In 2012, a controversial study on the long-term toxicity of a Roundup herbicide and the glyphosate-tolerant genetically modified (GM) maize NK603 was published. The EC-funded G-TwYST research consortium tested the potential subchronic and chronic toxicity as well as the carcinogenicity of the glyphosate-resistant genetically modified maize NK603 by performing two 90-day feeding trials, one with GM maize inclusion rates of 11 and 33% and one with inclusion rates of up to 50%, as well as a 2-year feeding trial with inclusion rates of 11 and 33% in male and female Wistar Han RCC rats by taking into account OECD Guidelines for the testing of chemicals and EFSA recommendations on the safety testing of whole-food/feed in laboratory animals. In all three trials, the NK603 maize, untreated and treated once with Roundup during its cultivation, and the conventional counterpart were tested. Differences between each test group and the control group were evaluated. Equivalence was assessed by comparing the observed difference to differences between non-GM reference groups in previous studies. In case of significant differences, whether the effects were dose-related and/or accompanied by changes in related parameters including histopathological findings was evaluated. It is concluded that no adverse effects related to the feeding of the NK603 maize cultivated with or without Roundup for up to 2 years were observed. Based on the outcome of the subchronic and combined chronic toxicity/carcinogenicity studies, recommendations on the scientific justification and added value of long-term feeding trials in the GM plant risk assessment process are presented.
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http://dx.doi.org/10.1007/s00204-019-02400-1DOI Listing
http://www.ncbi.nlm.nih.gov/pmc/articles/PMC7261740PMC
April 2019

Nonproliferative and proliferative lesions of the rat and mouse female reproductive system.

J Toxicol Pathol 2014 ;27(3-4 Suppl):1S-107S

National Institute of Health Sciences, Tokyo, Japan.

The INHAND (International Harmonization of Nomenclature and Diagnostic Criteria for Lesions in Rats and Mice) Project (www.toxpath.org/inhand.asp) is a joint initiative of the Societies of Toxicological Pathology from Europe (ESTP), Great Britain (BSTP), Japan (JSTP) and North America (STP) to develop an internationally accepted nomenclature for proliferative and nonproliferative lesions in laboratory animals. The purpose of this publication is to provide a standardized nomenclature for classifying microscopic lesions observed in the female reproductive tract of laboratory rats and mice, with color photomicrographs illustrating examples of some lesions. The standardized nomenclature presented in this document is also available electronically on the internet (http://www.goreni.org/). Sources of material included histopathology databases from government, academia, and industrial laboratories throughout the world. Content includes spontaneous and aging lesions as well as lesions induced by exposure to test materials. There is also a section on normal cyclical changes observed in the ovary, uterus, cervix and vagina to compare normal physiological changes with pathological lesions. A widely accepted and utilized international harmonization of nomenclature for female reproductive tract lesions in laboratory animals will decrease confusion among regulatory and scientific research organizations in different countries and provide a common language to increase and enrich international exchanges of information among toxicologists and pathologists.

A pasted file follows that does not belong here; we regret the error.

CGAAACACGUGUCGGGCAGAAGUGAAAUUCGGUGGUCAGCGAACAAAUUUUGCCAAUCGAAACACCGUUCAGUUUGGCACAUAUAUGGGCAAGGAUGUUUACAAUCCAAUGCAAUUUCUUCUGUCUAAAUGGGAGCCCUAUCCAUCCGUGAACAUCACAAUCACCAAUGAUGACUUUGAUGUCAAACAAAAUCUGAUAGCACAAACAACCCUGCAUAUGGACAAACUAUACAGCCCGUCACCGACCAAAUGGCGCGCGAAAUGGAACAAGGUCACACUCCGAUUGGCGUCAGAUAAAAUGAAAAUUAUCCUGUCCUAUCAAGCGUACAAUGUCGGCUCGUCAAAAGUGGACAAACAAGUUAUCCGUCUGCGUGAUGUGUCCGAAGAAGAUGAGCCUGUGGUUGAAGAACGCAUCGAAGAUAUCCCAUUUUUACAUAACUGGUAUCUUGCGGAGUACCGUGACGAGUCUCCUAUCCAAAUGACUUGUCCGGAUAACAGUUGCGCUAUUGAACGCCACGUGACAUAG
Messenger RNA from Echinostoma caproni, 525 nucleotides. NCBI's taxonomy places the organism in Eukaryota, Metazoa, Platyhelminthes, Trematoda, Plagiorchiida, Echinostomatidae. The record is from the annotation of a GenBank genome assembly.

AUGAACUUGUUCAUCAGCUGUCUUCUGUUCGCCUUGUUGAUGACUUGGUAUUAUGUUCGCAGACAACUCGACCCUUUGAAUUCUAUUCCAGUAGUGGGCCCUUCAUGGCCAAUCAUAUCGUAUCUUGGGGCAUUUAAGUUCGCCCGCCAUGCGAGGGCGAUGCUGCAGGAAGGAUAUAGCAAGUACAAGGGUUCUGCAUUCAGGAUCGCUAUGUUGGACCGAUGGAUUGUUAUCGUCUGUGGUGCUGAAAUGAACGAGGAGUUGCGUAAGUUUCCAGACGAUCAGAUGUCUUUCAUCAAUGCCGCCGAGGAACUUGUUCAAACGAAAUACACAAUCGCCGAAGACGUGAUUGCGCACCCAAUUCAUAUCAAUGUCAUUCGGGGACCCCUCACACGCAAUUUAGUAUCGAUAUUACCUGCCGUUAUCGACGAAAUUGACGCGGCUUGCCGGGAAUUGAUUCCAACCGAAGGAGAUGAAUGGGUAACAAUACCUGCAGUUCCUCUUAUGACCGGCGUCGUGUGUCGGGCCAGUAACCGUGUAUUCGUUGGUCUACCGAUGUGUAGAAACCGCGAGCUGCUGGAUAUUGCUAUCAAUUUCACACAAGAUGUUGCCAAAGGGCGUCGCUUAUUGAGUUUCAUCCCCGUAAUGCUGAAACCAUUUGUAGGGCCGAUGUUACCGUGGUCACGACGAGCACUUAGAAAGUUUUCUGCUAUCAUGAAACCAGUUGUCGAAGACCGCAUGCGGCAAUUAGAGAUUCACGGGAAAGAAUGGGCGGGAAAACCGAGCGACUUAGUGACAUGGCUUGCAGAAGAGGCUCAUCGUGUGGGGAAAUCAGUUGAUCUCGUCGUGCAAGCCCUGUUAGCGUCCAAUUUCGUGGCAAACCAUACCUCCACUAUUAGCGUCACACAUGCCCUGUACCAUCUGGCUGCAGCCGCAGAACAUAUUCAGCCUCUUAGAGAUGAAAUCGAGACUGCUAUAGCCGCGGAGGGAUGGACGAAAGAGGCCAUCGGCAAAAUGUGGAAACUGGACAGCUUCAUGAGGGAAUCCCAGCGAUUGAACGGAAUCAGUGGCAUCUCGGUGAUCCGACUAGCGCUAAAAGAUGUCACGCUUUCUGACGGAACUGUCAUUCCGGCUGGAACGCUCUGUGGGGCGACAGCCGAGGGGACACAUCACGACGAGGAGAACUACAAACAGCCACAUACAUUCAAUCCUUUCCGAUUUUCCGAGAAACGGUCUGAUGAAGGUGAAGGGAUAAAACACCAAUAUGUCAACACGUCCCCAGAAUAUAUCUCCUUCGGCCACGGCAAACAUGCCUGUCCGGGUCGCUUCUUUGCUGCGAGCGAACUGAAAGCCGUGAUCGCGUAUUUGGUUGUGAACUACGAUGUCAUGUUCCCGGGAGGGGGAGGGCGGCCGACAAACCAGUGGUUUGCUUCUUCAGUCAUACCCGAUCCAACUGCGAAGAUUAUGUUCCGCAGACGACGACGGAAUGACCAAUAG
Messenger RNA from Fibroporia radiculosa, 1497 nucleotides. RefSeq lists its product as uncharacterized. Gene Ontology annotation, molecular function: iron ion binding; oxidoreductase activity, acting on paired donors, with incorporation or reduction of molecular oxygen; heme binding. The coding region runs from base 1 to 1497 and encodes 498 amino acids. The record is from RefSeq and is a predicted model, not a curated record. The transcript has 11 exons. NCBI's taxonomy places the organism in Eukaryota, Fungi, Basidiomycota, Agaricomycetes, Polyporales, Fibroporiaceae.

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http://dx.doi.org/10.1293/tox.27.1SDOI Listing
http://www.ncbi.nlm.nih.gov/pmc/articles/PMC4253081PMC
December 2014